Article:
Very budget friendly. Do you rely on meat fats because they are cheaper or do you prefer them? I usually use olive oil, but I know it's not the cheap alternative. I like it's flavor and the potential health benefits. I also use safflower and peanut oil or even butter now and then. Owning all these fats isn't the cheapest way to go I'm sure. I use peanut oil for deep frying or Chinese cooking. My mother saved bacon grease and used it a lot. Is that what you do?

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Monday, November 12, 2012

Quiche is a fairly inexpensive meal. The Spinach and Cheddar Quiche I made yesterday runs about $1 per serving, which is one-fourth of a 9X9 pan. Or about 4.5"x4.5". A good sized serving. While you can certainly add some sour cream (which makes it even better, but then what doesn't it improve?) or a side salad, I find that one serving is usually adequate.

The basic recipe is 4 eggs, 8 oz of cheese, and 1 - 2 cups of cream, either whipping cream or half 'n' half. Then you add whatever you want. Most any kind of cooked veggie works or any kind of cooked meat. Just be sure the meat and veggies are in small pieces.

Good cheeses - feta, cheddar, swiss, mozzarella, parmesan with either feta or mozzarella, probably blue would work but you'd want to combine it with something else
Good meats - ham, bacon, chicken, sausage. I have a couple of good recipes using salmon and/or tuna. Ground beef is ok, but it needs to be seasoned pretty heavily.
Good veggies - onion, mushrooms, peppers, spinach, broccoli, green onions, tomatoes, chard. I have a recipe that uses cauliflower and it's ok, but again it needs quite a bit of seasoning. Be sure that the veggies are cooked long enough that they are dry, especially the tomatoes and mushrooms.

4 eggs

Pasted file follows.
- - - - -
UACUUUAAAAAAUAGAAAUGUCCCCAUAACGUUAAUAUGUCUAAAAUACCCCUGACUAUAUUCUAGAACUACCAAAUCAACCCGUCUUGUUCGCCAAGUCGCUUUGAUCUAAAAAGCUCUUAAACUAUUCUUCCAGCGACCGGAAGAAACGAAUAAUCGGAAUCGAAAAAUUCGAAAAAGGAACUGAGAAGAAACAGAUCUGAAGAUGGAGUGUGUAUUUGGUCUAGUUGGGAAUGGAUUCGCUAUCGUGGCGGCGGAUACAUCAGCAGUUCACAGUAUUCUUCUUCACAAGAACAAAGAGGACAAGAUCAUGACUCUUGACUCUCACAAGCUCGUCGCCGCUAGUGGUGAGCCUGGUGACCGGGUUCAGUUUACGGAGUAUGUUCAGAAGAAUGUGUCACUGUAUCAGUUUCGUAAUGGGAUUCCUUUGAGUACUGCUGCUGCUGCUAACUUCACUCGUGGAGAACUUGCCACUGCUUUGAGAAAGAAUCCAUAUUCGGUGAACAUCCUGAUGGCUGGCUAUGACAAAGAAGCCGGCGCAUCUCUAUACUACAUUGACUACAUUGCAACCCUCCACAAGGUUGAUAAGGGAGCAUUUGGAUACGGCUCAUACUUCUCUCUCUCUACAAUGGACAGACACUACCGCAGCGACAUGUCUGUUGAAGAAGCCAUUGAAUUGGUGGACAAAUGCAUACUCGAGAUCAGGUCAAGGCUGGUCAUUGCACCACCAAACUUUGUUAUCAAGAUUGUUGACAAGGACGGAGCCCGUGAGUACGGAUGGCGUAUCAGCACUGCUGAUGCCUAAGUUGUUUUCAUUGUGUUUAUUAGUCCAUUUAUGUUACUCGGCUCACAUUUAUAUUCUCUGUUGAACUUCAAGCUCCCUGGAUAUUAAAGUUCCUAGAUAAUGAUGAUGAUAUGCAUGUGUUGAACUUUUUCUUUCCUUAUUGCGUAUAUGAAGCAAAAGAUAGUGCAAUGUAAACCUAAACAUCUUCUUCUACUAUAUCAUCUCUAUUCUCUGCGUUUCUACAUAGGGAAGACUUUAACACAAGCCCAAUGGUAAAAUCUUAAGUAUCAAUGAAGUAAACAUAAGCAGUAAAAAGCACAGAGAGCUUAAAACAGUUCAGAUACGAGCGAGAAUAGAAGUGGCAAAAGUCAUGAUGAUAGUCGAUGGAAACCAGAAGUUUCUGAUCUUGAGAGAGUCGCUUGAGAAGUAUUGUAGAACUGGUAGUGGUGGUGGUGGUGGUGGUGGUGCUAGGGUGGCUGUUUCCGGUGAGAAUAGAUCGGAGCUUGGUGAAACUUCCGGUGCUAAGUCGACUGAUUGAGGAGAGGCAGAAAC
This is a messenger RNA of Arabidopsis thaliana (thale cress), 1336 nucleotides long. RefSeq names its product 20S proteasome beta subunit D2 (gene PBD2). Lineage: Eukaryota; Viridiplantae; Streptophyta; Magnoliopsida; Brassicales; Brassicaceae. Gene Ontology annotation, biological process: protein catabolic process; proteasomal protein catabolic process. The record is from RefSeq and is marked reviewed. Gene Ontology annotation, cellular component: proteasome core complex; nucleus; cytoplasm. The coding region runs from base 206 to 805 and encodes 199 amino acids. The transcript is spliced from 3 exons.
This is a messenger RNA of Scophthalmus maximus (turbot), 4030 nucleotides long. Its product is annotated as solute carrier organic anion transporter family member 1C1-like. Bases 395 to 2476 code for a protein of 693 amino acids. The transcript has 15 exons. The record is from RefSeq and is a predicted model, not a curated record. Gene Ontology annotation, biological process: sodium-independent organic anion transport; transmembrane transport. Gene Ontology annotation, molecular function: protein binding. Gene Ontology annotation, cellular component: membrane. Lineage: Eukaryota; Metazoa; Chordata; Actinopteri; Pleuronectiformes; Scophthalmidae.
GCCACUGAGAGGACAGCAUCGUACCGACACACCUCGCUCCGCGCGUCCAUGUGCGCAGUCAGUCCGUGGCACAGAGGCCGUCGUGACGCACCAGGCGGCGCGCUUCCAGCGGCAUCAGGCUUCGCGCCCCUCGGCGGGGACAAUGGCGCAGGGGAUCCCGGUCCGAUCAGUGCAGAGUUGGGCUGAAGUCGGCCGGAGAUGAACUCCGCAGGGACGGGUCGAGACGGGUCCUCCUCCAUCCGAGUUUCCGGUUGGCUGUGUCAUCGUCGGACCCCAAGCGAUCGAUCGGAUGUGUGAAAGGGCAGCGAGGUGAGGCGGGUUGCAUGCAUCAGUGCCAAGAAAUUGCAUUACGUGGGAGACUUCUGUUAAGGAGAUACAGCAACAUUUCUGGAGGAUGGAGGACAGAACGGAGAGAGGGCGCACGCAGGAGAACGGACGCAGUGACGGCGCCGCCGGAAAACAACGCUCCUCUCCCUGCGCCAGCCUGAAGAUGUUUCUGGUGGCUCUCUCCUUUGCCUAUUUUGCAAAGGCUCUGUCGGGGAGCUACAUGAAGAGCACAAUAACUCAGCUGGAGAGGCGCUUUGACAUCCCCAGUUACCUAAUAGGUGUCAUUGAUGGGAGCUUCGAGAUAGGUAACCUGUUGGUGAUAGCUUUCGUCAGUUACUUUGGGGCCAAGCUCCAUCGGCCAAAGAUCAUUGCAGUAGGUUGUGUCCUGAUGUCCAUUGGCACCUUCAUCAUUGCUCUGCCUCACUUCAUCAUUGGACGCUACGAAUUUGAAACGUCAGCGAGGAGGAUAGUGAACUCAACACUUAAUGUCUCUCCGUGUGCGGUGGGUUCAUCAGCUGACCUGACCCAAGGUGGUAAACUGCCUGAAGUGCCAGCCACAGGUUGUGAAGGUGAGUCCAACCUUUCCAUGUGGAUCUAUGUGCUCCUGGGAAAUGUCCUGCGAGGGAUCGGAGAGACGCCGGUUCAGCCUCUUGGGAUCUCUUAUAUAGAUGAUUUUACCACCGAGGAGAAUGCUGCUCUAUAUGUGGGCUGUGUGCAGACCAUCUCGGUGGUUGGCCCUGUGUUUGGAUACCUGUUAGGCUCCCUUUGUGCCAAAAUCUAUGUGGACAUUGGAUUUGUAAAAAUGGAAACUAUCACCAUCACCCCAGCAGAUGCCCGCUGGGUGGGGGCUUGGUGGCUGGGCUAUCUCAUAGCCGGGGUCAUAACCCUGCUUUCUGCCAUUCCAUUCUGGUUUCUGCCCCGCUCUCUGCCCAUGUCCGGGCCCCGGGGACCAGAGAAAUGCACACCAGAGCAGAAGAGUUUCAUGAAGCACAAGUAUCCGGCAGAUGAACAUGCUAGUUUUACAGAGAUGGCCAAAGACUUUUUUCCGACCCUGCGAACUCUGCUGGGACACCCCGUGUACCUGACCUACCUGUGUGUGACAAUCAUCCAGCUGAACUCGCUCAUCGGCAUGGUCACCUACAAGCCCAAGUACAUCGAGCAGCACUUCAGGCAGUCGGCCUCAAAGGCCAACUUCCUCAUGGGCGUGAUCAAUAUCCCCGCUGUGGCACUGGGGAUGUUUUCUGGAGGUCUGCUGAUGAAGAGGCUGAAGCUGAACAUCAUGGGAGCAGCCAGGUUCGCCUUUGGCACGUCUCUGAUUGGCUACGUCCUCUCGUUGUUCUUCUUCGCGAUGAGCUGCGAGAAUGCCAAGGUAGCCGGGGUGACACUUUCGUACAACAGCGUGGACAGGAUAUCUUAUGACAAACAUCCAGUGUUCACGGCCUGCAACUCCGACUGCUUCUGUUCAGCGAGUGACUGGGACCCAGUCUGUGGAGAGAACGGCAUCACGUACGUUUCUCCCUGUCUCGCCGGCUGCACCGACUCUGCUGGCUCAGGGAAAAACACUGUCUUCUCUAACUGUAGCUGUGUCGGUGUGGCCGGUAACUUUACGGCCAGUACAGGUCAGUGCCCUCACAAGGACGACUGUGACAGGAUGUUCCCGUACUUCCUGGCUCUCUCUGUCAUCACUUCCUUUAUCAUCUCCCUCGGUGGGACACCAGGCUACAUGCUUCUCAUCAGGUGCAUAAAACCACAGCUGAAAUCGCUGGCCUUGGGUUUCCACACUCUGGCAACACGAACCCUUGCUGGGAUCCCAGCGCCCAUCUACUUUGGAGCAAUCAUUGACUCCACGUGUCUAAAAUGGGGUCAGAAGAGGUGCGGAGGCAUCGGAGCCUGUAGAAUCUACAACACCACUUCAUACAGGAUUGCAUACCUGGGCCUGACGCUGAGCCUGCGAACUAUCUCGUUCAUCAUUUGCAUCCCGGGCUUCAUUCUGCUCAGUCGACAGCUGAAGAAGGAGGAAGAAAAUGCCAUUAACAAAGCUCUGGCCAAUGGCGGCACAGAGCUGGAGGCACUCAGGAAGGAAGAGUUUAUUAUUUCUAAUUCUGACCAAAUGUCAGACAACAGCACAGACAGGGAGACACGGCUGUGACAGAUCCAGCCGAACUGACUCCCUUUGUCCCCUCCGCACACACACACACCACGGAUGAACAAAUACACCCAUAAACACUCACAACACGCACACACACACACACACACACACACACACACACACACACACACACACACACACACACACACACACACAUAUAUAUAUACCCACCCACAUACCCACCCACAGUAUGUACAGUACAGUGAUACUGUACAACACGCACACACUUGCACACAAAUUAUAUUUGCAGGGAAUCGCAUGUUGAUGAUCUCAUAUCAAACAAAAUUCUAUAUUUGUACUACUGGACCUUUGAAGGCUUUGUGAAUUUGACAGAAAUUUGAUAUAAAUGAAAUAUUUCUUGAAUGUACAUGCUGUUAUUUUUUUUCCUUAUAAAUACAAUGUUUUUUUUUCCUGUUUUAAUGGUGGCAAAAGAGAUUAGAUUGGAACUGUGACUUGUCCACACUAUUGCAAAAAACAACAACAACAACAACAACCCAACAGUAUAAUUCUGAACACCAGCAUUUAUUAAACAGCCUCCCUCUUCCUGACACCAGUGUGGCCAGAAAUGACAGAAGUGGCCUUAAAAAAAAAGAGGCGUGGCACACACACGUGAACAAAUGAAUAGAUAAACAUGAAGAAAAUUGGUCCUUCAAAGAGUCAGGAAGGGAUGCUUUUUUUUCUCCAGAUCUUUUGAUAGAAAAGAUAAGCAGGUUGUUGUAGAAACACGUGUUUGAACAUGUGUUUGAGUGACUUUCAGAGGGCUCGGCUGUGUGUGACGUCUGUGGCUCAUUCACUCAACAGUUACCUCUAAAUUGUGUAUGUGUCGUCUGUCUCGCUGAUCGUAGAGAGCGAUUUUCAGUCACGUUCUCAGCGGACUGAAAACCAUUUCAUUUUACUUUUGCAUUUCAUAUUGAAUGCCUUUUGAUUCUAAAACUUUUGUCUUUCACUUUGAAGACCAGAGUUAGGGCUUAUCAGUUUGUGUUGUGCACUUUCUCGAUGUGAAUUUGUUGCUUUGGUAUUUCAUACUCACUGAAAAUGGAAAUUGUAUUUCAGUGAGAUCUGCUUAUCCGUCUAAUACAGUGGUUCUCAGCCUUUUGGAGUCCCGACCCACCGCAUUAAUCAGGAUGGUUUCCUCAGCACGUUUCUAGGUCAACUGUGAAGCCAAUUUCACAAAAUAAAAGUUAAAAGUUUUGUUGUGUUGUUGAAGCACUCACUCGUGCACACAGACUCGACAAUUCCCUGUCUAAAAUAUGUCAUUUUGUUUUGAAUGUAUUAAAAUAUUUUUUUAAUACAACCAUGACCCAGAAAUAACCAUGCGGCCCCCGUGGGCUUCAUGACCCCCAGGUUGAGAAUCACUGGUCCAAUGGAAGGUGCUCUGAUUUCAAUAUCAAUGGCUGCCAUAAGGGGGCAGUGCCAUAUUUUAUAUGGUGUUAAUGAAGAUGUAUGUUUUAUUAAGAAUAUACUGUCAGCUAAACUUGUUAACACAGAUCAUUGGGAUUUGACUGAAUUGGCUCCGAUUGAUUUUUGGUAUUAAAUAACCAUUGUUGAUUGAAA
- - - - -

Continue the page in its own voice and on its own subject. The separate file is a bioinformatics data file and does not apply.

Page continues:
1- 2 cups cream
8 oz cheese, shredded, grated or crumbled
meat and/or veggies of choice, cooked and in small dice or crumbles
seasoning of choice

Put eggs, cream and seasoning in blender and give it a good long whirl. I usually blend it while I'm shredding the cheese. Add the cheese and keep whirling. It may sound sort of clogged at first but it should loosen up. Add the veggies to the blender if you want, or you can put them in the cake pan.
Put the meat and/or veggies in a 9x9 cake pan and spread them out evenly. Pour the egg mixture over them, keeping the meat and veggies evenly distributed. You could sprinkle some extra cheese on top if you wanted to.
Bake at 350 for about 40 - 60 minutes, or until set. Let it sit for a few minutes before cutting it. It may deflate a bit, but that's ok.
Can be refrigerated, and can be served hot, cold or at room temperature. Hot or at room temp is best, and it can be nuked to get it there.

I used a 10 oz bag of spinach for my quiche yesterday. I nuked it for about 5 minutes, then squeezed it dry before adding it to the blender. It ended up sort of like Stouffer's Spinach Souffle, or at least as I remember that being. Good, but even better with sour cream.

  Member Comments About This Blog Post:

BUDGETMAW 11/13/2012 9:08AM

  I think a fritatta is sort of a cross between an omelet and a quiche. You cook it on top of the stove, and then put it in the oven to finish or under the broiler to brown on top. As far as I'm concerned, the difference between an omelet and a quiche an a fritatta is just that an omelet is faster to make and serves one, and a quiche takes longer and makes leftovers! I use the recipes interchangeably.

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DIET_FRIEND 11/12/2012 11:50PM

    I make crustless quiche myself. Is it the same thing as a fritata?

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Sunday, Day 27

Monday, November 12, 2012

B - yogurt with flaxmeal, sunflower seeds and cinnamon
L - Spinach Cheddar Quiche with sour cream; tomatoes with mayo; cheddar cheese
S - Spaghetti Squash and Chicken Casserole, kohlrabi
T - tea with gelatin and cream

Estimated cost of food eaten on Sunday - $3.80